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  3. We have the exact opposite situation at our house. Mini Maroon #1, who is two weeks from being three, will announce anything and everything to anyone he meets. Take last week, we were taking baby sister to the doctor… As the nurse came to bring us in from the waiting room, he announced at the top of his lungs – as always – that his sister had a fever. Just the latest of his crazy outbursts. It does worry me though that he will be TOO willing to talk to strangers one day…

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    • Hey, he was like that about 6 months ago. We met a gentleman in the elevator and Junior said “he’s fat!” Good luck with the outbursts. 🙂 I think it will go away soon.

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  4. Junior is a kick! He speaks quietly but he seems to always smile at adults even when he’s uncomfortable. Shyness can be good with a child; they shouldn’t talk to just anyone. Perhaps it might help to talk with Jr. about how it’s good that he doesn’t talk to everyone, but there are some people he should talk to, like his teachers, because they are there to help him if he’s in trouble or danger.

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  5. He’s so little! He is not being rude, and any adult who thinks so is silly. I think the most important thing is how YOU handle the situation. Encourage but don’t force, praise when he is interactive, and always say positive things about him in his earshot. I found my kids believed what I said about them, both good and bad things! I love the idea shared about creating situations where he is incentivized to communicate to strangers.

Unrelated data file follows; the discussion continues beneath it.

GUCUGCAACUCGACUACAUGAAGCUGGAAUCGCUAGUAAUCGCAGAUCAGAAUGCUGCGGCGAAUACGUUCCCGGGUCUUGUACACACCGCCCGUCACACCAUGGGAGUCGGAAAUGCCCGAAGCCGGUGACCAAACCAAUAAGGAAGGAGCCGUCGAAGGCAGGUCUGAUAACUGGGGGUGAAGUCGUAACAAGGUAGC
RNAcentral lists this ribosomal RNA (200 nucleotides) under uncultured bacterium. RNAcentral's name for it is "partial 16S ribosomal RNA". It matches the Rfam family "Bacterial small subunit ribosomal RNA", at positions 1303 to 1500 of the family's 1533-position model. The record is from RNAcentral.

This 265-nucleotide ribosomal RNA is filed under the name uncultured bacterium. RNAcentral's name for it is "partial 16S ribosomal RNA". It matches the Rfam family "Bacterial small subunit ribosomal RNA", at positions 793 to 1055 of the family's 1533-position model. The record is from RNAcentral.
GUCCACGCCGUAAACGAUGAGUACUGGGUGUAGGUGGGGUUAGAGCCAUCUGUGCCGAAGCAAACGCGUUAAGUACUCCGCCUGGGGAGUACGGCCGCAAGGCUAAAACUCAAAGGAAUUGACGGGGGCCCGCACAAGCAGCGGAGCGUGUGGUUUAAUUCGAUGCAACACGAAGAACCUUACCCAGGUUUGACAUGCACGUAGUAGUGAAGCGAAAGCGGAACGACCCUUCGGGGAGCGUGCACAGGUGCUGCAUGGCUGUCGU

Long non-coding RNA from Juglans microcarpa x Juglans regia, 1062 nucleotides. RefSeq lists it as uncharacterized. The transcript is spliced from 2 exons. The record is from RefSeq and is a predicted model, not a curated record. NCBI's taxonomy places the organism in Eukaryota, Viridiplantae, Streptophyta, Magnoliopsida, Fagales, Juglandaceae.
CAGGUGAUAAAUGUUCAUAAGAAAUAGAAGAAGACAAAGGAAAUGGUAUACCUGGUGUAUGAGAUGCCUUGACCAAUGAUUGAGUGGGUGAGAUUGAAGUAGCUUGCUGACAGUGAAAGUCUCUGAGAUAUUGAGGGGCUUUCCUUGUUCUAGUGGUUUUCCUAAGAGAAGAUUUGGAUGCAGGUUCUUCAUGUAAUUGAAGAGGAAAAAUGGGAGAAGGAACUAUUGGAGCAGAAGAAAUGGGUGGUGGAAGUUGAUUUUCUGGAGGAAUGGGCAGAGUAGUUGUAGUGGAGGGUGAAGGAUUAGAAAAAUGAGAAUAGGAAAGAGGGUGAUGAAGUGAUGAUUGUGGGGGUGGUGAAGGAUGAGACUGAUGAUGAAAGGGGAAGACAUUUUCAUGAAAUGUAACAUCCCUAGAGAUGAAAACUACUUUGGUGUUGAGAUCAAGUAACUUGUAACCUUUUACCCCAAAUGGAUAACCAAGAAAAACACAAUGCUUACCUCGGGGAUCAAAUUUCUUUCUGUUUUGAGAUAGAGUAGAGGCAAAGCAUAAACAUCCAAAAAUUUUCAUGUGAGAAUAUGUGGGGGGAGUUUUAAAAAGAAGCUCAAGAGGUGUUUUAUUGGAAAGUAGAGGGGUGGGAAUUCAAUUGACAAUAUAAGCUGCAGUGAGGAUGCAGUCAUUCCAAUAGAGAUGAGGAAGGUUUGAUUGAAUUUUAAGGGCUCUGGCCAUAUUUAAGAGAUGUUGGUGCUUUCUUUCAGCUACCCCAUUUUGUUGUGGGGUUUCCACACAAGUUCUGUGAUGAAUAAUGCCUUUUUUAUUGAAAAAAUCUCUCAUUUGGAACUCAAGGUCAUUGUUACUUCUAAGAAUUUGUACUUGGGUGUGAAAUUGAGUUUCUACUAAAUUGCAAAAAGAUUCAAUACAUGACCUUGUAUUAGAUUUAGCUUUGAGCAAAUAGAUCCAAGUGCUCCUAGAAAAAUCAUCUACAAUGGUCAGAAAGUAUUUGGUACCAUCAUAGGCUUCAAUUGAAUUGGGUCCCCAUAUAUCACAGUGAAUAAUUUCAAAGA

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  6. As an introverted father of four kids, their is nothing wrong with letting kids be themselves.

    Even as an adult I moved up the career ladder and needed to more outspoken. I hated it. I chose in 2001 to move from managing people to databases and have not looked back.

    Every company needs a wide range of personalities. Some flourish with their mouth and other with their brain.

    Three of my kids are outgoing and one is introverted. I would not change any of them.

    Reply
    • Thanks for your input. Being introvert is fine. I’m one too, but he needs to learn how to greet people and be polite. We’ll work on it.

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  7. We have two older boys. One was extremely shy and the other was so outgoing, he embarrassed his older brother to no end. The older one outgrew it and is now very outgoing.

    I would suggest to continue the “thank yous” and acknowledging people. It is polite to say thank you. I always told our boys that they didn’t have to have long conversations with adults but that they needed to acknowledge them. It drives me crazy when I see kids I know and they won’t even look at me.

    Also, I don’t think four is too young to have these conversations with about being polite and acknowledging people. Tell him he doesn’t have to have long conversations but it is good to try to be polite. Don’t get mad when he can’t but ask him to try. I agree, practice will help.